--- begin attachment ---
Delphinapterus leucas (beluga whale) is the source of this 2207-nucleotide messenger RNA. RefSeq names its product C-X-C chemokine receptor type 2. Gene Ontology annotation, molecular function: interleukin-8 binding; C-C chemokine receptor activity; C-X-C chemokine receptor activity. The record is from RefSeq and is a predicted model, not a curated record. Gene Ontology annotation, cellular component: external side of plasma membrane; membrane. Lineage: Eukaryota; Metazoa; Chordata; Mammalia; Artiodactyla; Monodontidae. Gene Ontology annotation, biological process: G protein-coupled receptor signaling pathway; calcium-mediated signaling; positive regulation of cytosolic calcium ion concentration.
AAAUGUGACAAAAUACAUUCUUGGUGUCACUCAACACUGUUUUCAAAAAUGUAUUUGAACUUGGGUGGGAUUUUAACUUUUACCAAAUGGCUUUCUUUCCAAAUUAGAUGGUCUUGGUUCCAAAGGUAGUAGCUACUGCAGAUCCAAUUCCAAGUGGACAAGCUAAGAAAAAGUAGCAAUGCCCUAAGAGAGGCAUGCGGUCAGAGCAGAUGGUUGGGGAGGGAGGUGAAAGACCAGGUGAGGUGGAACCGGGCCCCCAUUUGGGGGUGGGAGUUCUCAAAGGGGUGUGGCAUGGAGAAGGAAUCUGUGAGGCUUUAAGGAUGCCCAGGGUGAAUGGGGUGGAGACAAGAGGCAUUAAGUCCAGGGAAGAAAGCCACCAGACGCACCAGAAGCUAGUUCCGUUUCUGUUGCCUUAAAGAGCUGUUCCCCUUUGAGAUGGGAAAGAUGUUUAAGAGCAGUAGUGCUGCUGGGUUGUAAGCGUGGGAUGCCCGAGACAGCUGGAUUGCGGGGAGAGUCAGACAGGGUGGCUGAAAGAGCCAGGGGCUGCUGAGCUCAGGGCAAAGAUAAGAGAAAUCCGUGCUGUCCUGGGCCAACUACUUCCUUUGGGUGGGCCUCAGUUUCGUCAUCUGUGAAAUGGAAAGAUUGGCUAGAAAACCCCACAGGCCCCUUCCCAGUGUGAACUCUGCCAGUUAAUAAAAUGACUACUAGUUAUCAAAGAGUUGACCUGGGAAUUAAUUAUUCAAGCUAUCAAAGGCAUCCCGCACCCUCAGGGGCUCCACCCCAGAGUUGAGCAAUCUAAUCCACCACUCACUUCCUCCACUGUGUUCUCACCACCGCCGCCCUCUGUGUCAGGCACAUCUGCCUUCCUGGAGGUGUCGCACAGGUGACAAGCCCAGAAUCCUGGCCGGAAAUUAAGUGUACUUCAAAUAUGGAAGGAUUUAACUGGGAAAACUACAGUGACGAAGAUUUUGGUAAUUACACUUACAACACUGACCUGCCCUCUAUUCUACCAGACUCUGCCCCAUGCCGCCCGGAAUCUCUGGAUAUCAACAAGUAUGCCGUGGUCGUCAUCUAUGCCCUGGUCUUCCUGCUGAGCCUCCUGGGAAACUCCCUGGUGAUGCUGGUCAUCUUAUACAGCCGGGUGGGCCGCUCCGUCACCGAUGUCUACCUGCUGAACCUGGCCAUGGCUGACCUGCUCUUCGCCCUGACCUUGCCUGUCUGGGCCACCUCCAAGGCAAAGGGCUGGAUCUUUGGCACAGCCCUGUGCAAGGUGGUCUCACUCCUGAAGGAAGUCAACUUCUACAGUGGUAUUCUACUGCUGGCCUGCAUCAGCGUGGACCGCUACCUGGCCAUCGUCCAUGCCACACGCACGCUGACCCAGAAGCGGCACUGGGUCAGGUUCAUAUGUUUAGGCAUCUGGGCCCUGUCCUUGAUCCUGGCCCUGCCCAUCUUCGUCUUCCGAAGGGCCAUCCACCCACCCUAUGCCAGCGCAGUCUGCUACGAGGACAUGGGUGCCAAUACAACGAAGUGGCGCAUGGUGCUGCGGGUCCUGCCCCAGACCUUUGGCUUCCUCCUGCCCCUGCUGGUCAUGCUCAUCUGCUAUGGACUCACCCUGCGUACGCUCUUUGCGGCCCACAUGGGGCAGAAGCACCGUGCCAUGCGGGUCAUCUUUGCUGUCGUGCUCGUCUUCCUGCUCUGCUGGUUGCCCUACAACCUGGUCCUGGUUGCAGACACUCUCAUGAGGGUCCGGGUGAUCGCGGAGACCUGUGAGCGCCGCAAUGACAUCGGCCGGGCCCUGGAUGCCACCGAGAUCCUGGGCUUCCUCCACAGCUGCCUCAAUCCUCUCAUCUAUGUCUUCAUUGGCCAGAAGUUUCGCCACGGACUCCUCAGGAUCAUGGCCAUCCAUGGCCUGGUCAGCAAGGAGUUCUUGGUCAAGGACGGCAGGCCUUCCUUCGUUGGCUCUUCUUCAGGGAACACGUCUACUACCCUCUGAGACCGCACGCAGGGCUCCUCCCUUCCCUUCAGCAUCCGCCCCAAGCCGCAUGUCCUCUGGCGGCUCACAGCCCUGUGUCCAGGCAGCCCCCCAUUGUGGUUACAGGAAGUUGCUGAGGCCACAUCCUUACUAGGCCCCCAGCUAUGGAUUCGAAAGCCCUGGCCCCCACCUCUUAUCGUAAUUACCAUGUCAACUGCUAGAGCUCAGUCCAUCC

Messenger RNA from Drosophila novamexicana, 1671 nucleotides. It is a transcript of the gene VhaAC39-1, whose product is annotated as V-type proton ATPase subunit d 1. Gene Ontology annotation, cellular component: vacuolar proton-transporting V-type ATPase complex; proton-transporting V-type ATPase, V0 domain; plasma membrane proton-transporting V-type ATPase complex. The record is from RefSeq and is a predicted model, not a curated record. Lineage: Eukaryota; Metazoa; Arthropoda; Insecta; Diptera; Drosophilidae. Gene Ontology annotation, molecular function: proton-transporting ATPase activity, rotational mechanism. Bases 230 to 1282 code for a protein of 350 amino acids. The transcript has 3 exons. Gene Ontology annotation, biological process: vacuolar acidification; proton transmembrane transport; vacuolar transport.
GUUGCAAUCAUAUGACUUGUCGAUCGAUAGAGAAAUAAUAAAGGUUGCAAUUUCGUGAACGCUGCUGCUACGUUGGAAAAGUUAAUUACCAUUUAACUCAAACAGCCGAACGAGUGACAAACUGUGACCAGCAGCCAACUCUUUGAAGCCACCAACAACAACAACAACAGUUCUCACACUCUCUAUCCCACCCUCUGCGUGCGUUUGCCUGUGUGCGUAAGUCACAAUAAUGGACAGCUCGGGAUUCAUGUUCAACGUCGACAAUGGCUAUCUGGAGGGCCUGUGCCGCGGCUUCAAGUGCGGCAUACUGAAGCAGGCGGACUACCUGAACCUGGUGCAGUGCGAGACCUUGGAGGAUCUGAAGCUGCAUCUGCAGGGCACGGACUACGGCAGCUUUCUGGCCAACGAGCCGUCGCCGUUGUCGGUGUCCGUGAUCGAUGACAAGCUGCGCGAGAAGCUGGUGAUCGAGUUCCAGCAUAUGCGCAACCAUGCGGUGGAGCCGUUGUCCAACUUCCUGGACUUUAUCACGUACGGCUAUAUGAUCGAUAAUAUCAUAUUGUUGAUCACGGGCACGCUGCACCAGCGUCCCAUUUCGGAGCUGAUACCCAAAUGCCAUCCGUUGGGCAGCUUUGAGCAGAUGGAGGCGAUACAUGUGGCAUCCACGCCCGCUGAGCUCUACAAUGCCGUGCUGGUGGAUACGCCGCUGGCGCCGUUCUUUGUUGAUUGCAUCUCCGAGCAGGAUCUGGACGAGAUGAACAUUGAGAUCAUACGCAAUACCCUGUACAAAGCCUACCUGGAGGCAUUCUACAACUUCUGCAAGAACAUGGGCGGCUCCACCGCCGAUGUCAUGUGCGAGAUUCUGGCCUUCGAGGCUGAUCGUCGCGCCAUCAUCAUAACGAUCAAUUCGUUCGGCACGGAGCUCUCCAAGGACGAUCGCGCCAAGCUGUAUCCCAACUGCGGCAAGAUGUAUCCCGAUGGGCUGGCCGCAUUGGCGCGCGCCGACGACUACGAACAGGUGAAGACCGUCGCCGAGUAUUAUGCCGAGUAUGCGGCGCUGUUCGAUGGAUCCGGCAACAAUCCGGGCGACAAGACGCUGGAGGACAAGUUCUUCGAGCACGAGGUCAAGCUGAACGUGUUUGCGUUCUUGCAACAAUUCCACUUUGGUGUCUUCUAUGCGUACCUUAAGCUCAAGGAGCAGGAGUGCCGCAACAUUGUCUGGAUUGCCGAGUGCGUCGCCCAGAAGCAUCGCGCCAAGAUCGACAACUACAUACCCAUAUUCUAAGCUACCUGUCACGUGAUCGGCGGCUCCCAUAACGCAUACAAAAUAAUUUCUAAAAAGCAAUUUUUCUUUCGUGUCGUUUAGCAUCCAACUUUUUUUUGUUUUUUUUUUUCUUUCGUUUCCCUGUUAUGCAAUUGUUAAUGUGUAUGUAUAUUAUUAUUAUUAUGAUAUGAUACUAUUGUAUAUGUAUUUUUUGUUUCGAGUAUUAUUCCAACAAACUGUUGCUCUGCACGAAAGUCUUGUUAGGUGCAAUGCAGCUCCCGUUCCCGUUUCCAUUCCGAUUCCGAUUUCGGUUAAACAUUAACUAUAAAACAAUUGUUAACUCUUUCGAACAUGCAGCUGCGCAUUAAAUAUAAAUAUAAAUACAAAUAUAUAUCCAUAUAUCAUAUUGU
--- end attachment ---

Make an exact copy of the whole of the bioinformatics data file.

Delphinapterus leucas (beluga whale) is the source of this 2207-nucleotide messenger RNA. RefSeq names its product C-X-C chemokine receptor type 2. Gene Ontology annotation, molecular function: interleukin-8 binding; C-C chemokine receptor activity; C-X-C chemokine receptor activity. The record is from RefSeq and is a predicted model, not a curated record. Gene Ontology annotation, cellular component: external side of plasma membrane; membrane. Lineage: Eukaryota; Metazoa; Chordata; Mammalia; Artiodactyla; Monodontidae. Gene Ontology annotation, biological process: G protein-coupled receptor signaling pathway; calcium-mediated signaling; positive regulation of cytosolic calcium ion concentration.
AAAUGUGACAAAAUACAUUCUUGGUGUCACUCAACACUGUUUUCAAAAAUGUAUUUGAACUUGGGUGGGAUUUUAACUUUUACCAAAUGGCUUUCUUUCCAAAUUAGAUGGUCUUGGUUCCAAAGGUAGUAGCUACUGCAGAUCCAAUUCCAAGUGGACAAGCUAAGAAAAAGUAGCAAUGCCCUAAGAGAGGCAUGCGGUCAGAGCAGAUGGUUGGGGAGGGAGGUGAAAGACCAGGUGAGGUGGAACCGGGCCCCCAUUUGGGGGUGGGAGUUCUCAAAGGGGUGUGGCAUGGAGAAGGAAUCUGUGAGGCUUUAAGGAUGCCCAGGGUGAAUGGGGUGGAGACAAGAGGCAUUAAGUCCAGGGAAGAAAGCCACCAGACGCACCAGAAGCUAGUUCCGUUUCUGUUGCCUUAAAGAGCUGUUCCCCUUUGAGAUGGGAAAGAUGUUUAAGAGCAGUAGUGCUGCUGGGUUGUAAGCGUGGGAUGCCCGAGACAGCUGGAUUGCGGGGAGAGUCAGACAGGGUGGCUGAAAGAGCCAGGGGCUGCUGAGCUCAGGGCAAAGAUAAGAGAAAUCCGUGCUGUCCUGGGCCAACUACUUCCUUUGGGUGGGCCUCAGUUUCGUCAUCUGUGAAAUGGAAAGAUUGGCUAGAAAACCCCACAGGCCCCUUCCCAGUGUGAACUCUGCCAGUUAAUAAAAUGACUACUAGUUAUCAAAGAGUUGACCUGGGAAUUAAUUAUUCAAGCUAUCAAAGGCAUCCCGCACCCUCAGGGGCUCCACCCCAGAGUUGAGCAAUCUAAUCCACCACUCACUUCCUCCACUGUGUUCUCACCACCGCCGCCCUCUGUGUCAGGCACAUCUGCCUUCCUGGAGGUGUCGCACAGGUGACAAGCCCAGAAUCCUGGCCGGAAAUUAAGUGUACUUCAAAUAUGGAAGGAUUUAACUGGGAAAACUACAGUGACGAAGAUUUUGGUAAUUACACUUACAACACUGACCUGCCCUCUAUUCUACCAGACUCUGCCCCAUGCCGCCCGGAAUCUCUGGAUAUCAACAAGUAUGCCGUGGUCGUCAUCUAUGCCCUGGUCUUCCUGCUGAGCCUCCUGGGAAACUCCCUGGUGAUGCUGGUCAUCUUAUACAGCCGGGUGGGCCGCUCCGUCACCGAUGUCUACCUGCUGAACCUGGCCAUGGCUGACCUGCUCUUCGCCCUGACCUUGCCUGUCUGGGCCACCUCCAAGGCAAAGGGCUGGAUCUUUGGCACAGCCCUGUGCAAGGUGGUCUCACUCCUGAAGGAAGUCAACUUCUACAGUGGUAUUCUACUGCUGGCCUGCAUCAGCGUGGACCGCUACCUGGCCAUCGUCCAUGCCACACGCACGCUGACCCAGAAGCGGCACUGGGUCAGGUUCAUAUGUUUAGGCAUCUGGGCCCUGUCCUUGAUCCUGGCCCUGCCCAUCUUCGUCUUCCGAAGGGCCAUCCACCCACCCUAUGCCAGCGCAGUCUGCUACGAGGACAUGGGUGCCAAUACAACGAAGUGGCGCAUGGUGCUGCGGGUCCUGCCCCAGACCUUUGGCUUCCUCCUGCCCCUGCUGGUCAUGCUCAUCUGCUAUGGACUCACCCUGCGUACGCUCUUUGCGGCCCACAUGGGGCAGAAGCACCGUGCCAUGCGGGUCAUCUUUGCUGUCGUGCUCGUCUUCCUGCUCUGCUGGUUGCCCUACAACCUGGUCCUGGUUGCAGACACUCUCAUGAGGGUCCGGGUGAUCGCGGAGACCUGUGAGCGCCGCAAUGACAUCGGCCGGGCCCUGGAUGCCACCGAGAUCCUGGGCUUCCUCCACAGCUGCCUCAAUCCUCUCAUCUAUGUCUUCAUUGGCCAGAAGUUUCGCCACGGACUCCUCAGGAUCAUGGCCAUCCAUGGCCUGGUCAGCAAGGAGUUCUUGGUCAAGGACGGCAGGCCUUCCUUCGUUGGCUCUUCUUCAGGGAACACGUCUACUACCCUCUGAGACCGCACGCAGGGCUCCUCCCUUCCCUUCAGCAUCCGCCCCAAGCCGCAUGUCCUCUGGCGGCUCACAGCCCUGUGUCCAGGCAGCCCCCCAUUGUGGUUACAGGAAGUUGCUGAGGCCACAUCCUUACUAGGCCCCCAGCUAUGGAUUCGAAAGCCCUGGCCCCCACCUCUUAUCGUAAUUACCAUGUCAACUGCUAGAGCUCAGUCCAUCC

Messenger RNA from Drosophila novamexicana, 1671 nucleotides. It is a transcript of the gene VhaAC39-1, whose product is annotated as V-type proton ATPase subunit d 1. Gene Ontology annotation, cellular component: vacuolar proton-transporting V-type ATPase complex; proton-transporting V-type ATPase, V0 domain; plasma membrane proton-transporting V-type ATPase complex. The record is from RefSeq and is a predicted model, not a curated record. Lineage: Eukaryota; Metazoa; Arthropoda; Insecta; Diptera; Drosophilidae. Gene Ontology annotation, molecular function: proton-transporting ATPase activity, rotational mechanism. Bases 230 to 1282 code for a protein of 350 amino acids. The transcript has 3 exons. Gene Ontology annotation, biological process: vacuolar acidification; proton transmembrane transport; vacuolar transport.
GUUGCAAUCAUAUGACUUGUCGAUCGAUAGAGAAAUAAUAAAGGUUGCAAUUUCGUGAACGCUGCUGCUACGUUGGAAAAGUUAAUUACCAUUUAACUCAAACAGCCGAACGAGUGACAAACUGUGACCAGCAGCCAACUCUUUGAAGCCACCAACAACAACAACAACAGUUCUCACACUCUCUAUCCCACCCUCUGCGUGCGUUUGCCUGUGUGCGUAAGUCACAAUAAUGGACAGCUCGGGAUUCAUGUUCAACGUCGACAAUGGCUAUCUGGAGGGCCUGUGCCGCGGCUUCAAGUGCGGCAUACUGAAGCAGGCGGACUACCUGAACCUGGUGCAGUGCGAGACCUUGGAGGAUCUGAAGCUGCAUCUGCAGGGCACGGACUACGGCAGCUUUCUGGCCAACGAGCCGUCGCCGUUGUCGGUGUCCGUGAUCGAUGACAAGCUGCGCGAGAAGCUGGUGAUCGAGUUCCAGCAUAUGCGCAACCAUGCGGUGGAGCCGUUGUCCAACUUCCUGGACUUUAUCACGUACGGCUAUAUGAUCGAUAAUAUCAUAUUGUUGAUCACGGGCACGCUGCACCAGCGUCCCAUUUCGGAGCUGAUACCCAAAUGCCAUCCGUUGGGCAGCUUUGAGCAGAUGGAGGCGAUACAUGUGGCAUCCACGCCCGCUGAGCUCUACAAUGCCGUGCUGGUGGAUACGCCGCUGGCGCCGUUCUUUGUUGAUUGCAUCUCCGAGCAGGAUCUGGACGAGAUGAACAUUGAGAUCAUACGCAAUACCCUGUACAAAGCCUACCUGGAGGCAUUCUACAACUUCUGCAAGAACAUGGGCGGCUCCACCGCCGAUGUCAUGUGCGAGAUUCUGGCCUUCGAGGCUGAUCGUCGCGCCAUCAUCAUAACGAUCAAUUCGUUCGGCACGGAGCUCUCCAAGGACGAUCGCGCCAAGCUGUAUCCCAACUGCGGCAAGAUGUAUCCCGAUGGGCUGGCCGCAUUGGCGCGCGCCGACGACUACGAACAGGUGAAGACCGUCGCCGAGUAUUAUGCCGAGUAUGCGGCGCUGUUCGAUGGAUCCGGCAACAAUCCGGGCGACAAGACGCUGGAGGACAAGUUCUUCGAGCACGAGGUCAAGCUGAACGUGUUUGCGUUCUUGCAACAAUUCCACUUUGGUGUCUUCUAUGCGUACCUUAAGCUCAAGGAGCAGGAGUGCCGCAACAUUGUCUGGAUUGCCGAGUGCGUCGCCCAGAAGCAUCGCGCCAAGAUCGACAACUACAUACCCAUAUUCUAAGCUACCUGUCACGUGAUCGGCGGCUCCCAUAACGCAUACAAAAUAAUUUCUAAAAAGCAAUUUUUCUUUCGUGUCGUUUAGCAUCCAACUUUUUUUUGUUUUUUUUUUUCUUUCGUUUCCCUGUUAUGCAAUUGUUAAUGUGUAUGUAUAUUAUUAUUAUUAUGAUAUGAUACUAUUGUAUAUGUAUUUUUUGUUUCGAGUAUUAUUCCAACAAACUGUUGCUCUGCACGAAAGUCUUGUUAGGUGCAAUGCAGCUCCCGUUCCCGUUUCCAUUCCGAUUCCGAUUUCGGUUAAACAUUAACUAUAAAACAAUUGUUAACUCUUUCGAACAUGCAGCUGCGCAUUAAAUAUAAAUAUAAAUACAAAUAUAUAUCCAUAUAUCAUAUUGU